Calient Patches Its Strategy
While readers everywhere sputter noises of disbelief and exasperation, it should be pointed out that the switch is not handling a firehose of dense wavelength division multiplexing (DWDM) wavelengths, which is what large all-optical switches were invented for (see OMM: The End Is Near). Rather, Calient has gotten into the market of automated fiber management, acting as a patch panel for fiber-heavy networks.
The idea is that a wavelength and all its traffic can be sent to a new destination without manual intervention, because the Calient DiamondWave switches can be remotely configured. This means wavelengths can be switched more quickly than human hands can do it.
The alternative, using a manual patch panel, is for an operator to unplug a fiber and plug it into the new port. Which opens the possibility for tragedy should an operator pull the wrong fiber -- an understandable mistake given the spaghetti tangle of cabling in a typical network operations center.
For Calient, the nice thing is that fiber management requires lots of optical switch ports. "Some of the applications in fiber management are much larger than the DWDM applications," says Ron Mackey, Calient's vice president of business development. "It's not uncommon for us to see [a requirement] for 256 ports." Mackey wouldn't name the customer using the 320x320 switch, though.
The idea of improving the patch panel has attracted some attention -- Siemens AG (NYSE: SI; Frankfurt: SIE) had developed one that uses red lights to indicate which fiber to pull, for example, and startup Fiber Zone (no Website) is working on a MEMS alternative along the lines of Calient's, says Scott Clavenna, chief analyst with Heavy Reading.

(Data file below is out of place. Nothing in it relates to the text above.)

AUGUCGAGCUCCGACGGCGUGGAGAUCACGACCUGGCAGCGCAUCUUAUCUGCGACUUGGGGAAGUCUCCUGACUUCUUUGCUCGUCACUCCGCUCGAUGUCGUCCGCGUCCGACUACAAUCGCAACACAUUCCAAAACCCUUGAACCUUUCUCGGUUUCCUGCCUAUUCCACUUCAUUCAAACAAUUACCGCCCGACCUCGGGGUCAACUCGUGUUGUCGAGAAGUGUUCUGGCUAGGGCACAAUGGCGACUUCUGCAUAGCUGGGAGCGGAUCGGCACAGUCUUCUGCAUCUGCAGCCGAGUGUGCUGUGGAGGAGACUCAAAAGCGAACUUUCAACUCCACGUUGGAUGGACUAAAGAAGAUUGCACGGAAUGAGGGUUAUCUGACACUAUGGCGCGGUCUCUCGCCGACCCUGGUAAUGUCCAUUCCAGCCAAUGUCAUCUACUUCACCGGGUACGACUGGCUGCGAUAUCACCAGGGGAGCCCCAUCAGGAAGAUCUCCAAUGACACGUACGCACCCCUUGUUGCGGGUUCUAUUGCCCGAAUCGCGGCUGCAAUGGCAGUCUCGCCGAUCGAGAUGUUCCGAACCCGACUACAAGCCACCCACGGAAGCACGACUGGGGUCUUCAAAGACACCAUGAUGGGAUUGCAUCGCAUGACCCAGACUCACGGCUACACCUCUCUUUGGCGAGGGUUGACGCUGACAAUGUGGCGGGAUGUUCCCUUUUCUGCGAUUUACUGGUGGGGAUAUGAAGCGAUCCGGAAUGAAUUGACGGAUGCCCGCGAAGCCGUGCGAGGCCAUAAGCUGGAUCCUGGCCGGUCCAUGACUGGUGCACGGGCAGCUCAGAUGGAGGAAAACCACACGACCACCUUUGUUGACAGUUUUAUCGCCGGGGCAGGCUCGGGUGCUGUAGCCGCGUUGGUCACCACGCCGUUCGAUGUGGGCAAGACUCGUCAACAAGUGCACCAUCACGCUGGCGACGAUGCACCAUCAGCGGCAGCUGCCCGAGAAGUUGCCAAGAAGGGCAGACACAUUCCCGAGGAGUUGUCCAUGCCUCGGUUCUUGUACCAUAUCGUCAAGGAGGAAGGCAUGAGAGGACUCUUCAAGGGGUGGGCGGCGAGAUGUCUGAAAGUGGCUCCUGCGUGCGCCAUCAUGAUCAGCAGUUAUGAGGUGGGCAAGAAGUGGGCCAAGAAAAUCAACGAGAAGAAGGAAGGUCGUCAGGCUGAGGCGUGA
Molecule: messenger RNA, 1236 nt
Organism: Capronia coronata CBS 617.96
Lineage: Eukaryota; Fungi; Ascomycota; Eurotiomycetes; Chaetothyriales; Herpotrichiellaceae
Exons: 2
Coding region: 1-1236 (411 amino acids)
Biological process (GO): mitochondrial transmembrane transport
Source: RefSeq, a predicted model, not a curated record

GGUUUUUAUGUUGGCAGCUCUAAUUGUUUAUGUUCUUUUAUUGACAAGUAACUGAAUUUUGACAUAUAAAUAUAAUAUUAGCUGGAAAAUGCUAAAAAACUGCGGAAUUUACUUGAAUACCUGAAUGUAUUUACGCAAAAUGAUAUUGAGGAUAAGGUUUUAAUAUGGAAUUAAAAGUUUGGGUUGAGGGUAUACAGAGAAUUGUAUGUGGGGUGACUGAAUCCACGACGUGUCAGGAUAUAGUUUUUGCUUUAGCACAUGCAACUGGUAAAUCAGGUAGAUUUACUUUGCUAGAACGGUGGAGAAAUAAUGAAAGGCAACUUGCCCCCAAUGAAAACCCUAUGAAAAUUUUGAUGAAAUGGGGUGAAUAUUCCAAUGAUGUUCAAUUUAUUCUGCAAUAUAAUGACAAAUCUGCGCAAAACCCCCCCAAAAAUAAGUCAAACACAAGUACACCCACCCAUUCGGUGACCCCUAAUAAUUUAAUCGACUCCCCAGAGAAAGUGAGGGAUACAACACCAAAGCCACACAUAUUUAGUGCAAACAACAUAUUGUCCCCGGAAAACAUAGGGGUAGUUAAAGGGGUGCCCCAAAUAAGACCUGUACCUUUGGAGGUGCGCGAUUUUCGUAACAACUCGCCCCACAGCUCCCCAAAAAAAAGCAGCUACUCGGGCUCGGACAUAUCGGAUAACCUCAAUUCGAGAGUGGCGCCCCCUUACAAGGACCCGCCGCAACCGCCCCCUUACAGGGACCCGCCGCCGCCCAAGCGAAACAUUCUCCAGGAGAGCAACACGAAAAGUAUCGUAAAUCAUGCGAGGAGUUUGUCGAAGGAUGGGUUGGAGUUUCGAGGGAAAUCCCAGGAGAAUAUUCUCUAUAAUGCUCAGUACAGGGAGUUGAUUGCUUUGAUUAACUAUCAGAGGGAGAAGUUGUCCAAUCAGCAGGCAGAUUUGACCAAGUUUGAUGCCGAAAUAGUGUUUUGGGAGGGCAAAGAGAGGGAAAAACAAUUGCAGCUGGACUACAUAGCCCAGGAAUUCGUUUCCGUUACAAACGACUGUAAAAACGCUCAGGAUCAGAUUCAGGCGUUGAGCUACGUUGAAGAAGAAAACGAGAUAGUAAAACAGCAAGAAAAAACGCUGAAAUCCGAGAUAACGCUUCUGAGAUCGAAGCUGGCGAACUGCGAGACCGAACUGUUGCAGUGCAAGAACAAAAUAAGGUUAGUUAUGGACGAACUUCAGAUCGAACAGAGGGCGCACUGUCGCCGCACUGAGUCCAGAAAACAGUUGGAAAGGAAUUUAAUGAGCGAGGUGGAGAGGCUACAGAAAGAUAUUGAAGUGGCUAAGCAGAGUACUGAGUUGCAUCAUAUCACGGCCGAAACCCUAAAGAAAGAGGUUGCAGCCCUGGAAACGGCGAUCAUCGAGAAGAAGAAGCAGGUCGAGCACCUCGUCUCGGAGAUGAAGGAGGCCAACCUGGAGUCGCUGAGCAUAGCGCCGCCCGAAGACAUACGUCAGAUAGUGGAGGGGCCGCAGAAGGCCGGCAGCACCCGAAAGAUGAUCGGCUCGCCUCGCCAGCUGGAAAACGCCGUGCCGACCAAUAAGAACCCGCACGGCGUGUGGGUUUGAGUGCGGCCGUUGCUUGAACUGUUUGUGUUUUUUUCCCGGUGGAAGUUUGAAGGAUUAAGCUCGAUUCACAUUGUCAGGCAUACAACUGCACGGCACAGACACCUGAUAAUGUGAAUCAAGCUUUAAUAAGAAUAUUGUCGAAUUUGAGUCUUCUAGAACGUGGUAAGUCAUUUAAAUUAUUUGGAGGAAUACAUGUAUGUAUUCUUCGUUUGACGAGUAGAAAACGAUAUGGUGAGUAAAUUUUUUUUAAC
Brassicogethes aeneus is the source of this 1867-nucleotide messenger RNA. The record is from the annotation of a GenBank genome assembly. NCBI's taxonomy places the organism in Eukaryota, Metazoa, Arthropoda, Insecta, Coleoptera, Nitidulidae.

But fiber management runs into a cost problem. Those manual patch panels, while a pain to use, are too temptingly cheap.
"They pay something silly for these manual patch panels, and the automated ones based on MEMS cost hundreds or thousands per port," Clavenna says. "The value of going to automation just doesn't justify the cost."
Luckily, Calient isn't counting on fiber management for its future. The company is spending more time lately talking about "IP-over-optical" networks, where the Sonet layer is bypassed in favor of DWDM, with restoration occurring at the optical layer.
Calient was part of the all-optical switch boom circa 1999 and 2000. The idea was to switch the hundreds or even thousands of wavelengths that were expected to pass through each node, doing so without first converting the signals from optical to electrical form, which is what nearly all routers and switches do.
But the telecom bust revealed that carriers had overbuilt their long-haul networks. That meant DWDM densities didn't have to increase in order to meet demand; most routes didn't need more than a handful of wavelengths. That postponed the need for all-optical switches (see Onix: Another MEMS Casualty).
Calient has managed to survive by selling into research networks, which crave fast optical switching, and through an infusion of cash late in 2003. The company's employee count has dropped to 57 from 65 last year, Mackey says, but he adds that Calient has started hiring again (see Calient Bags $20M More, Calient Networks Raises $20M, and Headcount: Mama Mia!).
— Craig Matsumoto, Senior Editor, Light Reading